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ParkerAndKent says

Hi guys,

what do you think about this? Do you think that trial versions of the themes would help our business? How would you limit the themes for this goal, to avoid that they can be used in the real world?

I like the idea of transparency that trial versions could offer, I think that in this way people would know what they buy.

Benefits:

1: You know exactly what you buy.
2: No need to explain every theme’s feature in detail.
3: No disappointment of buyers if they expect something different.
4: No more diffidence towards new authors.
5: Intellectual property protection, everybody will know if anybody uses other author’s code.
6: More satisfied customers, more returning customers.
7: An outstanding way to promote our works.
8: Honest people would still buy licenses for commercial use.

Downsides:

1: Source code is hard to be protected for real or locked.
2: Less instinct sales (many sales don’t become real sites everytime).
3: Authors can be inspired too much from other authors work :)
4: Risk of piracy increased, but piracy in any case can’t be avoided.

There are many ways to encrypt code, php too, but the gpl license of WordPress I think doesn’t allow encryption, so this should be thought well. A solution could be to limit trials with very hard to find code snippets that limit functionalities.

Please, don’t misunderstand this post, I’m just thinking about new ways to increase the business potential.

If you want to share your thoughts they will be very welcome, how would you do this? :)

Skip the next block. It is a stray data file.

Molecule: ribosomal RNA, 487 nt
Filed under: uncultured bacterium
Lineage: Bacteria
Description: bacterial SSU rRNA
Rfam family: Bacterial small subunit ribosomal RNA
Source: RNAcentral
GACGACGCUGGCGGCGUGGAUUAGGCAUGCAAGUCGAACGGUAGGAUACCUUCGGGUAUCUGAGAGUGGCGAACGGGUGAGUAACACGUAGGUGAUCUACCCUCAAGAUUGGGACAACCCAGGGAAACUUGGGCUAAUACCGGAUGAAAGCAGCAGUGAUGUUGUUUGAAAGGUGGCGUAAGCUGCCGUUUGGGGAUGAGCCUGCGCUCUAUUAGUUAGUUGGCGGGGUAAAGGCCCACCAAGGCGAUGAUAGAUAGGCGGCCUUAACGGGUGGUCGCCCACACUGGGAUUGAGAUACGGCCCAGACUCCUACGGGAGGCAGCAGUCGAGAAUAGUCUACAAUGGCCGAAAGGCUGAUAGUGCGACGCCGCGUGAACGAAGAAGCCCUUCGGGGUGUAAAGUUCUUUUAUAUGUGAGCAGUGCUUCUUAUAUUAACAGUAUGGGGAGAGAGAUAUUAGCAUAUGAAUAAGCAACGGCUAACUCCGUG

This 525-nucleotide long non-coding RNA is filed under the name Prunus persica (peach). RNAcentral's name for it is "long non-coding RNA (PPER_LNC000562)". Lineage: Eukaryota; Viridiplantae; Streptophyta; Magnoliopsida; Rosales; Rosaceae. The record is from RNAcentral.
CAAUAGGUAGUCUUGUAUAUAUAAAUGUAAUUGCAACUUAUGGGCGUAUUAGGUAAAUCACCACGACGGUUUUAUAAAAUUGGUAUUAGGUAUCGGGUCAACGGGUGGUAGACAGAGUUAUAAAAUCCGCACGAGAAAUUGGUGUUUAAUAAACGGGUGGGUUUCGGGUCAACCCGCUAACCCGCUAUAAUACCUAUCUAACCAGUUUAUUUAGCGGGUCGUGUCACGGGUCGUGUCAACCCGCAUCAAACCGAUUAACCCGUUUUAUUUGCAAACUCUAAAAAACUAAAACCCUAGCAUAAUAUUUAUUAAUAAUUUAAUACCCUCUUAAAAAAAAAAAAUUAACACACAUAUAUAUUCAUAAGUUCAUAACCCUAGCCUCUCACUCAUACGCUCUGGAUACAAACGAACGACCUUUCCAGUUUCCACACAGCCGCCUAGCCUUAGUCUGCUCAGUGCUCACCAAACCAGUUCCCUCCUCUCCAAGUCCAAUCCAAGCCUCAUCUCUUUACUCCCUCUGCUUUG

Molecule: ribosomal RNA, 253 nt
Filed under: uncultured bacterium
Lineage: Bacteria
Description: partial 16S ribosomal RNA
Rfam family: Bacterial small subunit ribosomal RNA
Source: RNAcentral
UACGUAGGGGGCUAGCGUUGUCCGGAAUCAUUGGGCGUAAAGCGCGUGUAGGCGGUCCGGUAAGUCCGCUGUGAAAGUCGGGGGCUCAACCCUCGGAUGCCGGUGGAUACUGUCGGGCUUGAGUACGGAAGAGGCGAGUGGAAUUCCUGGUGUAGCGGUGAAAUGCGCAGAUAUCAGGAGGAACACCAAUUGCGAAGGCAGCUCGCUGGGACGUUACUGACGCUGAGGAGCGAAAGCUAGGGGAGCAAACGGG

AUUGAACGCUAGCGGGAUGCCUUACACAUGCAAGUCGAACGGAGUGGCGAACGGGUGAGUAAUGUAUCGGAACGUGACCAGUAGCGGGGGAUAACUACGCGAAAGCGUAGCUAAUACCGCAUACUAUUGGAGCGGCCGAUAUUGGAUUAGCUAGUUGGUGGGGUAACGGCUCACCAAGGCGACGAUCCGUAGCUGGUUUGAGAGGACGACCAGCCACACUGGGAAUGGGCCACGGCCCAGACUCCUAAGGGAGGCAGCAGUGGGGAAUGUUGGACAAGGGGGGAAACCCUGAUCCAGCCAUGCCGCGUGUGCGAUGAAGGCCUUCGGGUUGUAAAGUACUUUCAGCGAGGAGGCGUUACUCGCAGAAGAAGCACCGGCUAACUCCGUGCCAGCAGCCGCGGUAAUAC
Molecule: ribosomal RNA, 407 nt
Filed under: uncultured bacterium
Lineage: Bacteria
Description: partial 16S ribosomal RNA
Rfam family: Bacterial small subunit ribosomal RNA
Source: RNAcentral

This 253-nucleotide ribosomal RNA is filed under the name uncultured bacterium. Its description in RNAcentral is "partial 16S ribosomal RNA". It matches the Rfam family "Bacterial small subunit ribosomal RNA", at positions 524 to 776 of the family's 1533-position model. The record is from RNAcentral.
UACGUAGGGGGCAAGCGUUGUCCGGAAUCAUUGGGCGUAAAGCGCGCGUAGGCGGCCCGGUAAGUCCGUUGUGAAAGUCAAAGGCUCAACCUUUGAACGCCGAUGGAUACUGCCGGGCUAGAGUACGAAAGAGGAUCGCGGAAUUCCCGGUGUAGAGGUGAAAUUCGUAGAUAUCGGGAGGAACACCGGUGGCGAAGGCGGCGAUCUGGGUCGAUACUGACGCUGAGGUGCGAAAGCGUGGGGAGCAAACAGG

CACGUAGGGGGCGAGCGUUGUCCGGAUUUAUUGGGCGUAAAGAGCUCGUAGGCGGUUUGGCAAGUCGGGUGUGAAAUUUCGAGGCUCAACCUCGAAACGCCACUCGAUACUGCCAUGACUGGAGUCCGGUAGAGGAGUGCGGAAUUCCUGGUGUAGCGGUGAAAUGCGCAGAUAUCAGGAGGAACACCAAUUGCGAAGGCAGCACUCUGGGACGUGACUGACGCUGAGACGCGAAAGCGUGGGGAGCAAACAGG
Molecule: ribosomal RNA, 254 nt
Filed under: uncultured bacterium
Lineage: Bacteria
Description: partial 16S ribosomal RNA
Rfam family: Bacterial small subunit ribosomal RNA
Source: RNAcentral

Not including documentation would help in many cases to sell regular licenses.

Parker

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wizylabs says

Hmm nice idea, but again its almost impossible to protect your code completely! Maybe a better idea would be a multisite for your theme, on your own server, that allows users to create a new instance of the theme with their own username/pass etc.. then you have full control of what they see as new users (theme instances, ie sites) created can be limited to certain capabilities etc…

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ParkerAndKent says
wizylabs said
Hmm nice idea, but again its almost impossible to protect your code completely! Maybe a better idea would be a multisite for your theme, on your own server, that allows users to create a new instance of the theme with their own username/pass etc.. then you have full control of what they see as new users (theme instances, ie sites) created can be limited to certain capabilities etc…